Here, in addition to the temporal proximity between her complaint (March 12, 2018) and her subsequent termination (March 19, 2018), Villetti has pointed to various inconsistencies in Guidepoint’s proffered reasons for her termination. For example, in his deposition, Sebag suggested that Villetti was terminated because she “did not meet [Guidepoint’s] expectations of performance” by failing to conduct the required number of remote teleconferences, although he could not recall if “her performance [was] poor in any [other] way.” Joint App’x at 828–29. Indeed, although Sebag briefly mentioned the reasons articulated by Guidepoint in this lawsuit for her termination—namely, the co-worker complaint or an unauthorized trip to Boston—he did not specifically identify those as his reasons for firing Villetti. Moreover, in its motion for summary judgment before the district court, Guidepoint stated that Sebag’s decision to terminate Villetti was made after the company conducted “an internal investigation wherein several employees were interviewed.” Id. at 407. However, Sebag never mentioned this investigation during his deposition or provided any other details about the decision-making process that led to Villetti’s termination.7 Further, Guidepoint provided no documentation detailing the investigation’s findings or corroborating its existence, citing only to Villetti’s termination letter in its summary judgment papers, which outlined no reasons for the separation. On appeal, Guidepoint no longer references the alleged internal investigation at all, instead asserting that because Villetti “was an at-will employee of Guidepoint … Guidepoint was not required to provide any description of why it discharged Villetti.” Appellee’s Br. at 18.
Additionally, although Pool’s simultaneous termination might dispel any inference of disparate treatment based on gender (as discussed supra), his termination merely three days after filing his own complaint could provide a reasonable inference, construing the evidence most favorably to Villetti, that they were both fired in retaliation for their complaints. Guidepoint points to no evidence in the record regarding the reasons for Pool’s termination, and Sebag gave only vague and contradictory answers when asked about Pool. See Joint App’x at 832 (not recalling when Pool “left” but agreeing he did not “know whether [Pool] was dismissed or whether he left voluntarily”); id. at 836 (stating he did not recall “receiv[ing] any complaints about … Pool”). Further, even though Guidepoint claims that Villetti’s traveling to Boston without proper authorization was a reason for her termination, Villetti, as the district court noted, disputed “whether [she] needed prior approval or authorization to travel.” Special App’x at 2.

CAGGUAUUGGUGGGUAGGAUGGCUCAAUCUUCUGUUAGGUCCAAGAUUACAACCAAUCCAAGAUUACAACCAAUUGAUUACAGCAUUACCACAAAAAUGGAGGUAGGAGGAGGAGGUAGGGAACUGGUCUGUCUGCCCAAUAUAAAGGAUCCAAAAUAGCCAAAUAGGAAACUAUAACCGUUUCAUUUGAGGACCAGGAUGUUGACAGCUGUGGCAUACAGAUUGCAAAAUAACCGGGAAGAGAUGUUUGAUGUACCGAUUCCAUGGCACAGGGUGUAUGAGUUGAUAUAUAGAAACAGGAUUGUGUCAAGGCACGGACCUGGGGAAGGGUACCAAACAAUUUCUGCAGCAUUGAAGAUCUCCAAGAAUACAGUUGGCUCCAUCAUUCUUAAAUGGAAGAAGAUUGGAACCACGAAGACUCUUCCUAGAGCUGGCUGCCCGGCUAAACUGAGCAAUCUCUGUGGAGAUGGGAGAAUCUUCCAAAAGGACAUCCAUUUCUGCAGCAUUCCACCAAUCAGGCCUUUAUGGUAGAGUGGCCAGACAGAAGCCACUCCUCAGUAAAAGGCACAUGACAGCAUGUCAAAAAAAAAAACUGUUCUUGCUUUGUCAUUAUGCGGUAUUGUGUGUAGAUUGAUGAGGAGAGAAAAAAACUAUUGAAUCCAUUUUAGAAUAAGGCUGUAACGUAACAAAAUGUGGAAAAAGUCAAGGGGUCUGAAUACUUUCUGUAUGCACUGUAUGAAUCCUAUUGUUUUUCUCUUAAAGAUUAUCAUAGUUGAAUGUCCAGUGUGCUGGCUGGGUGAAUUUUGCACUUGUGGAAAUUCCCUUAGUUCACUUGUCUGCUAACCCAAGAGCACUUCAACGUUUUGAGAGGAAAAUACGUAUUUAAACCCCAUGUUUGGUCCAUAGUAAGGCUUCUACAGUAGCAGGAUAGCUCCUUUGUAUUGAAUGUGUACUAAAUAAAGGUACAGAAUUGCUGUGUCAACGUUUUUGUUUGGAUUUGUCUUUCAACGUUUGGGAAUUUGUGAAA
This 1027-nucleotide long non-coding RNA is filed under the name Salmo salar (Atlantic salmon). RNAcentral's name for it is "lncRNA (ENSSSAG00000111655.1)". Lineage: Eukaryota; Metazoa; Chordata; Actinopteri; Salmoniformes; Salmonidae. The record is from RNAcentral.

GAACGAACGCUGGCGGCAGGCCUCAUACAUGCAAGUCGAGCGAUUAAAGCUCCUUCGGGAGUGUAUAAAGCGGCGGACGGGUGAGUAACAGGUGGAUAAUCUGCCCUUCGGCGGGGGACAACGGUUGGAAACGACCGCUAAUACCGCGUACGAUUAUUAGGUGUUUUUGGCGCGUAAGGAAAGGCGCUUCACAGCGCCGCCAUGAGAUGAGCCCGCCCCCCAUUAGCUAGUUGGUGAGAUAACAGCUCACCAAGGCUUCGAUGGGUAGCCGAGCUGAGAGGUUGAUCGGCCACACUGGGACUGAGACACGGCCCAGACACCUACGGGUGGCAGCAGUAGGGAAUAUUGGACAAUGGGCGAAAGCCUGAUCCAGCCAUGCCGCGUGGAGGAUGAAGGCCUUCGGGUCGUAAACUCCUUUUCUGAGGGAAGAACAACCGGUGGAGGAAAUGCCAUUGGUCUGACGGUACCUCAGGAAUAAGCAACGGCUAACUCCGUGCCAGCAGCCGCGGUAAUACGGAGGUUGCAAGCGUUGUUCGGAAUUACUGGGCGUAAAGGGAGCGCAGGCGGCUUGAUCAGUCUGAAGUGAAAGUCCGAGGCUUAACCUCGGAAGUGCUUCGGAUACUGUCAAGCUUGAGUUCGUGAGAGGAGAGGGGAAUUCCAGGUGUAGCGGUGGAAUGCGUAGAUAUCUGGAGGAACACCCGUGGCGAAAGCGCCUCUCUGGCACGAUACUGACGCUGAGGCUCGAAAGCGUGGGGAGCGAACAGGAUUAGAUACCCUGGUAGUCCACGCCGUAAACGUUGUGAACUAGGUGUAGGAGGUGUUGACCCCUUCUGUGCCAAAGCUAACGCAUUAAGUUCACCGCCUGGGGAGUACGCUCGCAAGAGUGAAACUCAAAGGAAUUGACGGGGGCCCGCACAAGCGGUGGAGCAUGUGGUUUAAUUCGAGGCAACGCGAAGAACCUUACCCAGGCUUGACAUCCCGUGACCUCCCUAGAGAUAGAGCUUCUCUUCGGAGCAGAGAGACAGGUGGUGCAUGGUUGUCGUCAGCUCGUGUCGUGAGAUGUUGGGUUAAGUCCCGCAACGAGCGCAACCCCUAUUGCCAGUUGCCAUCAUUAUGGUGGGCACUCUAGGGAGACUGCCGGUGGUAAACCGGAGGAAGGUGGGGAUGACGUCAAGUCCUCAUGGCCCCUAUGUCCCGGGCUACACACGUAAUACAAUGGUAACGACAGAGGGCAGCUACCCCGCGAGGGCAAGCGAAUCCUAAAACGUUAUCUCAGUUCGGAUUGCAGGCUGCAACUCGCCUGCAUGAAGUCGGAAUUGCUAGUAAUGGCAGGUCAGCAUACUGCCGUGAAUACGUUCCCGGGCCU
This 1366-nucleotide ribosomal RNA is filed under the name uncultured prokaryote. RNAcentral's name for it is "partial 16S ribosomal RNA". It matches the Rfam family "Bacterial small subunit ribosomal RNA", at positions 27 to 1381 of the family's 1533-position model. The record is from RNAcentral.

Viewing the evidence in the light most favorable to Villetti, as we must, we conclude that “[f]rom such discrepancies[,] a reasonable juror could infer that the explanations given by [Guidepoint] … were pretextual, developed over time to counter the evidence suggesting” retaliation. E.E.O.C. v. Ethan Allen, Inc., 44 F.3d 116, 120 (2d Cir. 1994). Coupled with Pool’s termination and “the very close temporal proximity between [Villetti’s] protected conduct and her termination,” these inconsistencies “are sufficient to create a triable issue of fact with regard to whether [her] complaint was a but-for cause of her termination.” Zann Kwan, 737 F.3d at 847. We recognize that these inferences are not the only reasonable inferences to be drawn from the record, and that Guidepoint may be able to rebut these inferences with other evidence. However, any such competing reasonable inferences in the record, including any credibility assessments of the witnesses necessary to evaluate such inferences, cannot be resolved on summary judgment.8 See Anderson v. Liberty Lobby, Inc., 477 U.S. 242, 255 (1986) (“Credibility determinations, the weighing of the evidence, and the drawing of legitimate inferences from the facts are jury functions, not those of a judge, whether he is ruling on a motion for summary judgment or for a directed verdict.”).
Based on this, the court concluded that there was sufficient evidence to preclude summary judgment on plaintiff Villetti’s retaliation claims.